Much progress has been made over the last decade in introducing concepts of sustainable development into both undergraduate and post graduate engineering curriculum. Many specialist lecture courses and even whole programmes have emerged which have steadily gained acceptance alongside the more traditional skills associated with the physical sciences. However there is still a need to educate and develop a new kind of engineer who can add to the familiar analytical problem solving skills new approaches to deal with wicked and messy problems, and who can apply a wider set of choice or assessment criteria when formulating solutions. It is also increasingly recognized that those trained in the physical and biological sciences, as well as those involved in policy analysis and design, can be valuable partners with engineers in formulating and implementing policies to foster sustainable development. For this reason, this conference welcomes an expansion of this series of engineering education conferences to include those working in these allied fields. In this way, engineering would be conceived of as a broad, all-encompassing term, going beyond the technical realm.
Engineers and associated professionals need to be educated to understand the effects of issues such complexity, uncertainty, environmental limits, social acceptability, and full whole life cost accountability. In addition they need to work in multidisciplinary teams and engage across a broad spectrum of policy, governance and ethical dimensions. To achieve these goals there is a fundamental need to rethink the engineers role and contribution in society, the skills needed to be effective, and how University education can help deliver a reconfiguration of an engineer’s professional outlook and responsibilities.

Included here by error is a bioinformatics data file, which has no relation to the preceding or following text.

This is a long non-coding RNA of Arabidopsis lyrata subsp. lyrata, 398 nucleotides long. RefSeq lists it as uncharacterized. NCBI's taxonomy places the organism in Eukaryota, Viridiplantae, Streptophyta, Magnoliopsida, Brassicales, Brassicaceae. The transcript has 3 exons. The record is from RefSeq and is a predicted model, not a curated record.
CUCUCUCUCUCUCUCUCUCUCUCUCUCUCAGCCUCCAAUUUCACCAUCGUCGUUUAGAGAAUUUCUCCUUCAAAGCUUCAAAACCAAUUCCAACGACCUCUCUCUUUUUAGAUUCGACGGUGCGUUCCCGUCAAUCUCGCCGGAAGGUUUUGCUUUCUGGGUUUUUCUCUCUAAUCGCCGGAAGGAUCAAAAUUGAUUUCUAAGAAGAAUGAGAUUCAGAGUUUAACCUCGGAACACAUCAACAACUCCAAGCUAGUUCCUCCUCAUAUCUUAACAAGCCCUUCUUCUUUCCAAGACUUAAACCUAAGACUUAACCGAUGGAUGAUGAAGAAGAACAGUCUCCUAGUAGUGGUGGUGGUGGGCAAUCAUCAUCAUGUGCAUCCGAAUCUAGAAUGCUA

The theme of this conference, the 6th in the series, will be ‘Rethinking the Engineer’.
The conference will address the following questions:
The Conference will explore how to develop the new skills needed by engineers so they can be more effective in dealing with messy problems in an increasingly complex and constrained world. A key theme will also be to reflect on how successful graduates who have received a sustainable development education have been in their subsequent working lives, as well as how useful their wider approach has been to their employers. The conference is the premiere forum for the dissemination of new advances in the evolution of sustainable development thinking in young engineers and associated professionals and will bring together students, academics, graduates and practitioners to rethink the professional engineer’s role and responsibilities in modern society.
Special sessions will be presented and we particularly invite papers on the following:
- Social Justice in EESD: Challenges Opportunities and Best Practices
- Water/Energy/Food Nexus Education for EESD
- Alternative pedagogies for ESD: Practice Based Learning (PBL), Learning Through Service (LTS), Engineering by Doing (EBD)
- Education for Sustainable Development at Universities in South America
- A special session in celebration of Leo Jansen who sadly passed away in 2012. We invite papers for a special “Leo Jansen session” that will be devoted to the main topics of Leo’s talks of the last decade: how to teach
– long term thinking,
– interrelation between culture/structure/technology and
– participatory democracy
To engineering students.
- A session led by The United Nations Environment Programme, Environmental Education and Training Unit on topics relating to the Global Universities Partnership on Environment & Sustainability
- Improving decision-making for sustainable development
A selection of papers which are accepted for the Conference will be published in the following peer reviewed Journals: i. Cleaner Production, ii The International Journal of Sustainability in Higher Education and iii Engineering Sustainability.
EESD 2013 is the sixth conference in a series of international conferences which began at TU Delft in the Netherlands in 2002.
The date of the conference is 22nd to 25th September 2013 in Cambridge, U.K.